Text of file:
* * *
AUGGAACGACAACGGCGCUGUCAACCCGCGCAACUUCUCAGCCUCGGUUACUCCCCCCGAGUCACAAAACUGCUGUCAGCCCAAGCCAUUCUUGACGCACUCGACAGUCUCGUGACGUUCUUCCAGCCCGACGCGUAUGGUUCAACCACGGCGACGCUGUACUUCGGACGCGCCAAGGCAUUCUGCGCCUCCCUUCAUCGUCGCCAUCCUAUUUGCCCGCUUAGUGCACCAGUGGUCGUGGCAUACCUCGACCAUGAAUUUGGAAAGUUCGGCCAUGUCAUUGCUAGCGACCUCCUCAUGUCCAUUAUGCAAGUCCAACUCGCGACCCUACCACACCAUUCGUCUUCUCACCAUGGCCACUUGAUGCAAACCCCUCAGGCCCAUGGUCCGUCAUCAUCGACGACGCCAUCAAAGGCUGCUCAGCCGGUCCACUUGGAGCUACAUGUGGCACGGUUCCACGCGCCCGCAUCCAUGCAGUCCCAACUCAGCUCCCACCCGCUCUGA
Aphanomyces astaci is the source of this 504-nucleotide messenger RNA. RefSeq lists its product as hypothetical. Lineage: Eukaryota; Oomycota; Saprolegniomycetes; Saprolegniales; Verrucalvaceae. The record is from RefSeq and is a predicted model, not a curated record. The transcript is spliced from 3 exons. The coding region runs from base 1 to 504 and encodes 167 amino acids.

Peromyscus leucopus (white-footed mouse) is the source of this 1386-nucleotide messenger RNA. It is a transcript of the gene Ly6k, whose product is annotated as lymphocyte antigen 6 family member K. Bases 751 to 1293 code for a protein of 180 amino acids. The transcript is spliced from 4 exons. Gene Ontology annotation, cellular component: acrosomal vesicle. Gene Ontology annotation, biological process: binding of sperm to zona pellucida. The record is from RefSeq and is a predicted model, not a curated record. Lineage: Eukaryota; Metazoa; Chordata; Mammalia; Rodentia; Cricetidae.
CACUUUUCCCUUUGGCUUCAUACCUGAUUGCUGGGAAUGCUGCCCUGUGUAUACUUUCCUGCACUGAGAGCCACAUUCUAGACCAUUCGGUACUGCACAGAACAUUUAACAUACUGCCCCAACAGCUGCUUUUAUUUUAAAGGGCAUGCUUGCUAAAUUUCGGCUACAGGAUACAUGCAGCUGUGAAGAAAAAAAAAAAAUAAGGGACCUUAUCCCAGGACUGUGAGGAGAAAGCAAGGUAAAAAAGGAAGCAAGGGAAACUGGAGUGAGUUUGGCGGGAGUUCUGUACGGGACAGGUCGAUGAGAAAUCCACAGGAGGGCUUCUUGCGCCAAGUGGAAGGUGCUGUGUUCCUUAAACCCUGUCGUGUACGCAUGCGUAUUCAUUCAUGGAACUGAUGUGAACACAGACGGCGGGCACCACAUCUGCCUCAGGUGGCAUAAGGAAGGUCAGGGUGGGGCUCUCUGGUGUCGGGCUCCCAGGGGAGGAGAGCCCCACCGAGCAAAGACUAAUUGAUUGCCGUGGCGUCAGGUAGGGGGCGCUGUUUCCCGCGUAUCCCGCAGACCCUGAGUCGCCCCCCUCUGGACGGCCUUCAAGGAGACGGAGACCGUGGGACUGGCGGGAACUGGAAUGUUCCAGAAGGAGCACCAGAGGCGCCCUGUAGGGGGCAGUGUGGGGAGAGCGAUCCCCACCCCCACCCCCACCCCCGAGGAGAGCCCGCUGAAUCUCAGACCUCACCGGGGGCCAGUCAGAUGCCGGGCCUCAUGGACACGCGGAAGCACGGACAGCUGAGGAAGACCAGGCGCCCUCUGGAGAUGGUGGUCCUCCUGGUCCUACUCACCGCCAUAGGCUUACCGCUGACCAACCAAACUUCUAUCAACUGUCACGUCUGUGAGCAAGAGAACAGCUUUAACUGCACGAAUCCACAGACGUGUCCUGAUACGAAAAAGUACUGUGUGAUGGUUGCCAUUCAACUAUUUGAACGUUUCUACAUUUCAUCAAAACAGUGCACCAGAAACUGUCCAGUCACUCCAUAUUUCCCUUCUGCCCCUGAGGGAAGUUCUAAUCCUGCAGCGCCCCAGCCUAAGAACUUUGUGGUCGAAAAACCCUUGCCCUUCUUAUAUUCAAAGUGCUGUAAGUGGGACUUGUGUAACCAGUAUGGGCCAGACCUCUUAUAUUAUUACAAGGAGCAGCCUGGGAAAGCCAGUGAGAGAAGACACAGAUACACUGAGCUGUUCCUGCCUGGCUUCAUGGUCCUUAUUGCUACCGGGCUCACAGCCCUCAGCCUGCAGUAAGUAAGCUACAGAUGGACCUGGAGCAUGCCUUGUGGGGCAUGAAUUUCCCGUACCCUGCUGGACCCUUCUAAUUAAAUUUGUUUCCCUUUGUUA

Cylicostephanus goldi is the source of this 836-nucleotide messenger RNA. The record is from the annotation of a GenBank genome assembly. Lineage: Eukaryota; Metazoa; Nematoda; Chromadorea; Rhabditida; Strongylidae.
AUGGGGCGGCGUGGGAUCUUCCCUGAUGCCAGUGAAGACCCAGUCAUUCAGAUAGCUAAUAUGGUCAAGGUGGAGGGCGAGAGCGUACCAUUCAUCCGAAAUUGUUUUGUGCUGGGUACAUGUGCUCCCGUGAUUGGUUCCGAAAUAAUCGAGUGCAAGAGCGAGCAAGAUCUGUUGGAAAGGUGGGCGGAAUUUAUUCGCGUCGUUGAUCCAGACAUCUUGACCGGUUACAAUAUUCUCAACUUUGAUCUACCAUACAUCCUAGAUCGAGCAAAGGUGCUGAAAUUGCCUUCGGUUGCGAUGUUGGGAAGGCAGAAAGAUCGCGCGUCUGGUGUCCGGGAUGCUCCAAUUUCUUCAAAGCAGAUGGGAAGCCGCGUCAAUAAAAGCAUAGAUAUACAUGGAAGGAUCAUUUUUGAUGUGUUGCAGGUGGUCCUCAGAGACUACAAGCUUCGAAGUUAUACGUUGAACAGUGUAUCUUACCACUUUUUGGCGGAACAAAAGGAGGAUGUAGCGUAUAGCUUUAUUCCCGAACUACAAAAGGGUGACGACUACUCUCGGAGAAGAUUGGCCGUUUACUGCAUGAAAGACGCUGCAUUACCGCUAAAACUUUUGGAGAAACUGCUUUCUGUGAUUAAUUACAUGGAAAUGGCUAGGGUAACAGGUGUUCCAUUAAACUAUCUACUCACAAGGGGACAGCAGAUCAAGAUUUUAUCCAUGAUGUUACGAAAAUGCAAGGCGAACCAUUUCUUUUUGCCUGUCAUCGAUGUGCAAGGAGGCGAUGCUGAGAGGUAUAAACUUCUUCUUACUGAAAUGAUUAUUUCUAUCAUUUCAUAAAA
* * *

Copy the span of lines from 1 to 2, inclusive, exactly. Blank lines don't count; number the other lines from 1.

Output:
AUGGAACGACAACGGCGCUGUCAACCCGCGCAACUUCUCAGCCUCGGUUACUCCCCCCGAGUCACAAAACUGCUGUCAGCCCAAGCCAUUCUUGACGCACUCGACAGUCUCGUGACGUUCUUCCAGCCCGACGCGUAUGGUUCAACCACGGCGACGCUGUACUUCGGACGCGCCAAGGCAUUCUGCGCCUCCCUUCAUCGUCGCCAUCCUAUUUGCCCGCUUAGUGCACCAGUGGUCGUGGCAUACCUCGACCAUGAAUUUGGAAAGUUCGGCCAUGUCAUUGCUAGCGACCUCCUCAUGUCCAUUAUGCAAGUCCAACUCGCGACCCUACCACACCAUUCGUCUUCUCACCAUGGCCACUUGAUGCAAACCCCUCAGGCCCAUGGUCCGUCAUCAUCGACGACGCCAUCAAAGGCUGCUCAGCCGGUCCACUUGGAGCUACAUGUGGCACGGUUCCACGCGCCCGCAUCCAUGCAGUCCCAACUCAGCUCCCACCCGCUCUGA
Aphanomyces astaci is the source of this 504-nucleotide messenger RNA. RefSeq lists its product as hypothetical. Lineage: Eukaryota; Oomycota; Saprolegniomycetes; Saprolegniales; Verrucalvaceae. The record is from RefSeq and is a predicted model, not a curated record. The transcript is spliced from 3 exons. The coding region runs from base 1 to 504 and encodes 167 amino acids.